60Textwords Truncation $: To pick up various forms of a word Teen$.tw Smok$.tw Teenage SmokeTeenager SmokingTeenagers SmokesTeens SmokerTeen Smokers
61Textwords Wild cards ? and #: To pick up different spellings Colo?r.tw (? Can be substituted for one or no characters)ColourColorWom#n.tw (# Substitutes for one character)WomanWomen
62Textwords Adjacent ADJn: retrieves two or more query terms within n words of each other, and in any orderGreat when you are not sure of phraseologyEg sport adj1 policySport policyPolicy for sportEg mental adj2 healthMental healthMental and physical health
63Example continuedMass media interventions to prevent smoking in young peopleI = Mass media interventionsSTEP TWO:Find MeSH and textwords todescribe mass media interventions
64Example continued MeSH Mass media Audiovisual aids Television Motion picturesRadioTelecommunicationsNewspapersVideotape recordingAdvertising
65Example continuedMass media interventions to prevent smoking in young peopleO = Prevention of smokingSTEP THREE:Find MeSH and textwords todescribe prevention of smoking
66Example of search OR OR OR P AND I C O O = PREVENTION OF SMOKING P = YOUNG PEOPLEMeSH Textwords………………………. ………………………. ………………………. ……………………….………………………. ……………………….I = MASS MEDIAC = (if required)O = PREVENTION OF SMOKINGPANDICOOROROR
67Different bibliographic databases Databases use different types of controlled vocabularySame citations indexed differently on different databasesMedline and EMBASE use a different indexing system for study typePsycINFO and ERIC do not have specific terms to identify study typesNeed to develop search strategy for each database
68Study design filters RCTs Non-RCTs Qualitative research See Cochrane Reviewer’s HandbookNon-RCTsNot yet developed, research in progressQualitative researchSpecific subject headings used in CINAHL, ‘qualitative research’ used in MedlineCINAHL Filter: Edward Miner LibrarySystematic reviews/meta-analysesCINAHL: as aboveMedlineMedline and EmbasePubMed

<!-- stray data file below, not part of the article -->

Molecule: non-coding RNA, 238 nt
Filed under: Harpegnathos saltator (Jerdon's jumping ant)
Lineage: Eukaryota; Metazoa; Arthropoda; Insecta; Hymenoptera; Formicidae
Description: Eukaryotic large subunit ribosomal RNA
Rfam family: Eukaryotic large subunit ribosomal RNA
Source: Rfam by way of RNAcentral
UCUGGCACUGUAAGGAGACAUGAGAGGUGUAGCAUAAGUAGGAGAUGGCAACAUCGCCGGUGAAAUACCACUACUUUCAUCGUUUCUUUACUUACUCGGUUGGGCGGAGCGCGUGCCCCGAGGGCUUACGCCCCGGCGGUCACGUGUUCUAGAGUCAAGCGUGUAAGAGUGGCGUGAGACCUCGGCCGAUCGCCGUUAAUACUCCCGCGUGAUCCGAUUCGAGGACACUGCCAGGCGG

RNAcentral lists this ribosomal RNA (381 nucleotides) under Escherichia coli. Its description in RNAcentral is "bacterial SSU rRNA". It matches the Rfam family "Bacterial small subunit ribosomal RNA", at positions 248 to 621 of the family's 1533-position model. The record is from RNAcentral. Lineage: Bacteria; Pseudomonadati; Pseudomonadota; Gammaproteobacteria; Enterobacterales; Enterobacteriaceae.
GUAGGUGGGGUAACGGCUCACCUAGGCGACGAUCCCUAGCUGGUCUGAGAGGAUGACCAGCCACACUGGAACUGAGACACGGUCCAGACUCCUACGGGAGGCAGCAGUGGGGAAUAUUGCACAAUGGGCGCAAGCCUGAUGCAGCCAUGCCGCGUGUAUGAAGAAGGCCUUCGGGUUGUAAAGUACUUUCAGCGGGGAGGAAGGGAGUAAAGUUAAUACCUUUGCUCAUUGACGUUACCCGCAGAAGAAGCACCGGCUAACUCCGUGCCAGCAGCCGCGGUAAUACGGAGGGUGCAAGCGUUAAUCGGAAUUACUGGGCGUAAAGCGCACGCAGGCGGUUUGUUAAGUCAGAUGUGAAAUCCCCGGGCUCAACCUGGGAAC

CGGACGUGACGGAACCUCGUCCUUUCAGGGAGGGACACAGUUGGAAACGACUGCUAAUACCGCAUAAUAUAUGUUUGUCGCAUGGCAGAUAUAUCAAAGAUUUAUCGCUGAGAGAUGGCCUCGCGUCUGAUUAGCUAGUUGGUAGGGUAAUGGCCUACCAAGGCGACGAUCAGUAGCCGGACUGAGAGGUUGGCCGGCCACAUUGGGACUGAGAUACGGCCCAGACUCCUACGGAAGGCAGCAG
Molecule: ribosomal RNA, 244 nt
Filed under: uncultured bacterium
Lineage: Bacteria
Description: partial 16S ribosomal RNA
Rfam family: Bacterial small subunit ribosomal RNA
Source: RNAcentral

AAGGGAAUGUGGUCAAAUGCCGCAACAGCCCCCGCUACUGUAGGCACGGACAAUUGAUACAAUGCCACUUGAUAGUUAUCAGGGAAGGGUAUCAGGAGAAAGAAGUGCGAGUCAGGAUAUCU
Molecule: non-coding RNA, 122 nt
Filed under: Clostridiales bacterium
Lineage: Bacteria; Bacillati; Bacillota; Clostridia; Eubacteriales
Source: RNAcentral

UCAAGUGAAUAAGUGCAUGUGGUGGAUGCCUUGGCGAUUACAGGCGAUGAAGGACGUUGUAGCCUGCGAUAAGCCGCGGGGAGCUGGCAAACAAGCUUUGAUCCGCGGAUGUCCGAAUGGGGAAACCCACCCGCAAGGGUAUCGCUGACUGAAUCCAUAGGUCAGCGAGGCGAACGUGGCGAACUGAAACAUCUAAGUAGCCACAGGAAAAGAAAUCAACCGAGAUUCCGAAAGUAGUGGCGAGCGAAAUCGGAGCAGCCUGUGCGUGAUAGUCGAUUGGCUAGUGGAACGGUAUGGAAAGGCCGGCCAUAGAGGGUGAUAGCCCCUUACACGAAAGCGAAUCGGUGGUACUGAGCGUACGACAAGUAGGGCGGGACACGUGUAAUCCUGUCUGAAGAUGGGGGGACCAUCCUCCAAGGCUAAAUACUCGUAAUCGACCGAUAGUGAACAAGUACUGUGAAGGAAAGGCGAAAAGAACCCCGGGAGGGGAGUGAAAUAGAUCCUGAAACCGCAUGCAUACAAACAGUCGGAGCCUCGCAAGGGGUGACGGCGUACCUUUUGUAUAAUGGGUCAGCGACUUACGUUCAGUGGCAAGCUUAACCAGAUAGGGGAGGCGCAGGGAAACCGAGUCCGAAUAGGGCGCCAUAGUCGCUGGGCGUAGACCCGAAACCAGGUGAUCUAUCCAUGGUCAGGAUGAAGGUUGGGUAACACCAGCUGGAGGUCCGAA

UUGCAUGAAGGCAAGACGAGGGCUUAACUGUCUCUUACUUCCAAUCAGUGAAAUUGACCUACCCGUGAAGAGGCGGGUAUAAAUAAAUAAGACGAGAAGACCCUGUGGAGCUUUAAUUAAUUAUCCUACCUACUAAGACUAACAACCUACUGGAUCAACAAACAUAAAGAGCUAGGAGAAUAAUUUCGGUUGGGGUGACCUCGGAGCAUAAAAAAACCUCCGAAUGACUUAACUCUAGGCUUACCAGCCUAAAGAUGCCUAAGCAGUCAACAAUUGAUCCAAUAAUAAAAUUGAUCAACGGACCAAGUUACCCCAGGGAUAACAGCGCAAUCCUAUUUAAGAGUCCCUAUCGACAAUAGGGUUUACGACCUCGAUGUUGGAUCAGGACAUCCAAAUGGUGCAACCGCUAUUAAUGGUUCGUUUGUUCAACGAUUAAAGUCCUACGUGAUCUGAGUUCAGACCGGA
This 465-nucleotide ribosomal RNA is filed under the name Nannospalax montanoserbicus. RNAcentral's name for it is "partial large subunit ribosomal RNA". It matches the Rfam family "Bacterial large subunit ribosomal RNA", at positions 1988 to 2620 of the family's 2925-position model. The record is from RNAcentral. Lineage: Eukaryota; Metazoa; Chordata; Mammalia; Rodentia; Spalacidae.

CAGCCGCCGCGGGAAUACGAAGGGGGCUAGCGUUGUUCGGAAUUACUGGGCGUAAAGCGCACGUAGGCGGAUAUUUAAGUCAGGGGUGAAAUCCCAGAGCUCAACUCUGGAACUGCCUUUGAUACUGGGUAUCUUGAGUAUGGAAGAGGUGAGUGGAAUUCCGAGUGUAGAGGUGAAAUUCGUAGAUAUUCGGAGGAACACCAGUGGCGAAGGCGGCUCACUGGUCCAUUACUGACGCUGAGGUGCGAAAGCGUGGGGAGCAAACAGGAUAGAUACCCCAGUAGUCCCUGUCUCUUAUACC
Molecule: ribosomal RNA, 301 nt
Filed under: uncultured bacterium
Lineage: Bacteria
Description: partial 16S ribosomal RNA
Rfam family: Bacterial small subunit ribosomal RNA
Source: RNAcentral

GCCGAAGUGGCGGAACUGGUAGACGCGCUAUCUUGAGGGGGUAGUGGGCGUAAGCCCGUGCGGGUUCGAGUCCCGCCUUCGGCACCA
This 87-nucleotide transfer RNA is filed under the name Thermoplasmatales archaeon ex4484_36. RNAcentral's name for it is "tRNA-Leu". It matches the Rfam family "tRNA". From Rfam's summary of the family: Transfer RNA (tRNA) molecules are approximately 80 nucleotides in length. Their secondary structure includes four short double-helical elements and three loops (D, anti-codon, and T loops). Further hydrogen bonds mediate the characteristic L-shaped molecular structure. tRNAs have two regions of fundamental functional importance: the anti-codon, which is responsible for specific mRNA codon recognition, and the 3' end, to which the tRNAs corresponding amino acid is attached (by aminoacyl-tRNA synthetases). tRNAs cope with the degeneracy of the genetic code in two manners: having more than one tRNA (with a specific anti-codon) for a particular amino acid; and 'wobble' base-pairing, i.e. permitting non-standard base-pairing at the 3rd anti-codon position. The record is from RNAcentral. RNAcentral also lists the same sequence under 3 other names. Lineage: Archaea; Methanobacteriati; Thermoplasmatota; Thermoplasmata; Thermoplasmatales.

692. Unpublished literature Not all known published trials are identifiable in Medline (depending on topic)Only 25% of all medical journals in MedlineNon-English language articles are under-represented in Medline (and developing countries)Publication bias – tendency for investigators to submit manuscripts and of editors to accept them, based on strength and direction of results (Olsen 2001)
702. Unpublished literature Hand searching of key journals and conference proceedingsScanning bibliographies/reference lists of primary studies and reviewsContacting individuals/agencies/ academic institutionsNeglecting certain sources may result in reviews being biasedHandsearching: Not all journals are indexed in databasesMay be indexed incorrectlyKnowing when to stop: depends on the return you are getting, resources, time constraintsUse Reference system for collecting references i.e. Endnote, Procite, IdeaList, Reference Manager
73Critical appraisalThe process of systematically examining research evidence to assess its validity, results and relevance before using it to inform a decision.Alison Hill, Critical Appraisal Skills Programme, Institute of HealthSciences, Oxford
75Why appraise validity?Not all published and unpublished literature is of satisfactory methodological rigourJust because it is in a journal does not mean it is sound!Onus is on you to assess validity!Quality may be used as an explanation for differences in study resultsGuide the interpretation of findings and aid in determining the strength of inferences
77Allocation of concealment Selection biasRecruit participantsAllocation of concealmentInterventionAllocationControlConfoundingExposed to interventionNot exposed to interventionIntegrity of interventionIntention-to-treatWithdrawalsFollow-upFollow-upBlinding of outcome assessmentOutcomeOutcomeData collection methodsAnalysisAnalysisStatistical analysis